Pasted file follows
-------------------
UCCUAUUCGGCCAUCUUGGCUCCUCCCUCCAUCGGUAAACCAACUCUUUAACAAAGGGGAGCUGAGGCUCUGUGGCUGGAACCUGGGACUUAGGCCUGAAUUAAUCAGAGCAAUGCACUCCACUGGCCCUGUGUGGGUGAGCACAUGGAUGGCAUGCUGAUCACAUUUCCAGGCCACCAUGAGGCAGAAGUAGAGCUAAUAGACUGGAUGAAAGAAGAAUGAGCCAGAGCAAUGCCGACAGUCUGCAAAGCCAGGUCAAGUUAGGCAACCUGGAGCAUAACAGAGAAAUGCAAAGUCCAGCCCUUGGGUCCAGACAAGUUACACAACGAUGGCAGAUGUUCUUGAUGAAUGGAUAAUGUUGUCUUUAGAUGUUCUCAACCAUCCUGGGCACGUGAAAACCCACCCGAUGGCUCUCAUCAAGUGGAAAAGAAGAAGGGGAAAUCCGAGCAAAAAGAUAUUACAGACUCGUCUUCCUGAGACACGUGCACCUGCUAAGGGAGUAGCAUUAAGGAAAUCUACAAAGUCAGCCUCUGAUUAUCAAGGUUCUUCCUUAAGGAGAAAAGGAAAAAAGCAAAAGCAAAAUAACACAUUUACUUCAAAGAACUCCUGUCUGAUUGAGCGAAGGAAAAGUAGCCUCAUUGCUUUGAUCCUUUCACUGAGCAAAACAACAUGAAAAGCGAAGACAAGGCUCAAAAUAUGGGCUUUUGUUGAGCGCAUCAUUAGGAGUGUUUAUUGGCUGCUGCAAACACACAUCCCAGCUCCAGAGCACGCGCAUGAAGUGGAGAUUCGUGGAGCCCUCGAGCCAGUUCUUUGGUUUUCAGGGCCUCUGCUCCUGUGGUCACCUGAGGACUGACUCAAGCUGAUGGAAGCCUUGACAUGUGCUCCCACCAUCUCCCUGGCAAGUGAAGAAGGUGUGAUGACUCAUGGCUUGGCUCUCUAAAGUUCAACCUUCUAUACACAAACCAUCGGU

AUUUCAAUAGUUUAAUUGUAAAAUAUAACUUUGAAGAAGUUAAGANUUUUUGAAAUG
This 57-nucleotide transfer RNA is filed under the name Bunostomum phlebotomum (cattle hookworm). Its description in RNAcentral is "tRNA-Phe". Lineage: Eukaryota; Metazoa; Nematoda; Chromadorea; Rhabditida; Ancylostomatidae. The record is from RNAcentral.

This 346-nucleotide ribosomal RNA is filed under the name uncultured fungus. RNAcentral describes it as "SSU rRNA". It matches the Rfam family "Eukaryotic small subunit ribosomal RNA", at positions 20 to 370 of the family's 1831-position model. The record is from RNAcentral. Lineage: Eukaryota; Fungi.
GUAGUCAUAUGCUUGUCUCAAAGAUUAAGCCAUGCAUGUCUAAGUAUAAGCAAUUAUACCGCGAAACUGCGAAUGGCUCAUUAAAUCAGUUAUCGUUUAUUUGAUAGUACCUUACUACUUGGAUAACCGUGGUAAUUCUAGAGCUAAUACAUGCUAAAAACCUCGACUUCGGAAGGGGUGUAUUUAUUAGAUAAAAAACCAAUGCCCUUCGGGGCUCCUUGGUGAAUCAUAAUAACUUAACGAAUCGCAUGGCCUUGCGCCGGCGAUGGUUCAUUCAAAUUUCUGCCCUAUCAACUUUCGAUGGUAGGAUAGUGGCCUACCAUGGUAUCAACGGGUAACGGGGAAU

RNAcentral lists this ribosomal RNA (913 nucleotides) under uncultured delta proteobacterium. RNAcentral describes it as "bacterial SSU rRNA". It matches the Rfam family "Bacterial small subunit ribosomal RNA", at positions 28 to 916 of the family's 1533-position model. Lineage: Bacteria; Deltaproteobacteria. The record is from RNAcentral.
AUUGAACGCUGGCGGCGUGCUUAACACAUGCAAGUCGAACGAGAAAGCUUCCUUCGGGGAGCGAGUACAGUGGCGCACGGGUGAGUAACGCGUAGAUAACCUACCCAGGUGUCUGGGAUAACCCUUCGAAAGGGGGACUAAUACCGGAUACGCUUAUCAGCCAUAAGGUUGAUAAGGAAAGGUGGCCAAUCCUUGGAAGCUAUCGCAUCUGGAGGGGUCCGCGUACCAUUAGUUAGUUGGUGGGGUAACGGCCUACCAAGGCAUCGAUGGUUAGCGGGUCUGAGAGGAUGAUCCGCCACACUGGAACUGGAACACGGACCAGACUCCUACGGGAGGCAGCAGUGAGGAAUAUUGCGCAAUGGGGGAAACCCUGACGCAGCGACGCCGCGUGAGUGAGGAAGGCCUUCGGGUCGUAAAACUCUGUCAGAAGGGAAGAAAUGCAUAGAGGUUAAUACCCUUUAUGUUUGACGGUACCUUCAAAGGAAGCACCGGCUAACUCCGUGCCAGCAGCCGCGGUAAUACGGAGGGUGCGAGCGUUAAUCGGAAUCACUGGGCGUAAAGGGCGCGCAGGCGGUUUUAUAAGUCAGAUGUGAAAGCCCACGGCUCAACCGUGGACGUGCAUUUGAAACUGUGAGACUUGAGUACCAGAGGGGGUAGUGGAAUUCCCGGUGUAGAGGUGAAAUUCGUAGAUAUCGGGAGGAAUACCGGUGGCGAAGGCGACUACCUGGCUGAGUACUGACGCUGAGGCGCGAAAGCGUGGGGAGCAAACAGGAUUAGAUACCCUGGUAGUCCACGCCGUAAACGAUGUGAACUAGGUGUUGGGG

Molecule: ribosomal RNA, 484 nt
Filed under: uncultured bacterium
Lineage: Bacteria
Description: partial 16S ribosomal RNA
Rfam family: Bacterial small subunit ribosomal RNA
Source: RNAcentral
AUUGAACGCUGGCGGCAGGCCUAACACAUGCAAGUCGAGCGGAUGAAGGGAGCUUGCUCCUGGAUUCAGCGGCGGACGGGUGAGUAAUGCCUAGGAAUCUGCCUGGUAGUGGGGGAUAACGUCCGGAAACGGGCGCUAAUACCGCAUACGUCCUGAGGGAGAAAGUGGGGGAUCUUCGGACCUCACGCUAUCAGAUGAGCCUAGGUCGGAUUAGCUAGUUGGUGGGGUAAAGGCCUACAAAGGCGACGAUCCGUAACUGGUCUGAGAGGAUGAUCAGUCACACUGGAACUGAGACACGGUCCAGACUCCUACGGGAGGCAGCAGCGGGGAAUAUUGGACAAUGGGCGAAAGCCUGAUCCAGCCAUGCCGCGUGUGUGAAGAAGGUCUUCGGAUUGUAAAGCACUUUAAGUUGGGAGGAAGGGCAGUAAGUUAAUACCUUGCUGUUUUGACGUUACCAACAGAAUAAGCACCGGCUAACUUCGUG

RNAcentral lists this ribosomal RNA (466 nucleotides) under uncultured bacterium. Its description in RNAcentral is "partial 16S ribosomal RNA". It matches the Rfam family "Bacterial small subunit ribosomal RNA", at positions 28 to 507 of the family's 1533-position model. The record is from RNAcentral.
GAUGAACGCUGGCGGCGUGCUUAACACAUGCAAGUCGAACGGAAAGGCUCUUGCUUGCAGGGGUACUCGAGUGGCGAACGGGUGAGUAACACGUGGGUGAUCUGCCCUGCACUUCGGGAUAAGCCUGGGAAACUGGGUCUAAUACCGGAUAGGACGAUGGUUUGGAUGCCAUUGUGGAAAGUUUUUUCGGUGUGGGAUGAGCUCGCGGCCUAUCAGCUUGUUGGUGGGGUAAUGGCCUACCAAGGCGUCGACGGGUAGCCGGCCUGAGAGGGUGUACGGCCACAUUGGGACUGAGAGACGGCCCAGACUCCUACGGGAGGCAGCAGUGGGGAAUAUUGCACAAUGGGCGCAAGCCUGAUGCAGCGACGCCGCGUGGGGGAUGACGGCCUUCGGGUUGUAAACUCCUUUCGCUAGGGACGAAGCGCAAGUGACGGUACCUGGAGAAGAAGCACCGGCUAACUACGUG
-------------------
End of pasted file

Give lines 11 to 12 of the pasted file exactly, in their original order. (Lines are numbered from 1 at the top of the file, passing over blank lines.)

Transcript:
Description: partial 16S ribosomal RNA
Rfam family: Bacterial small subunit ribosomal RNA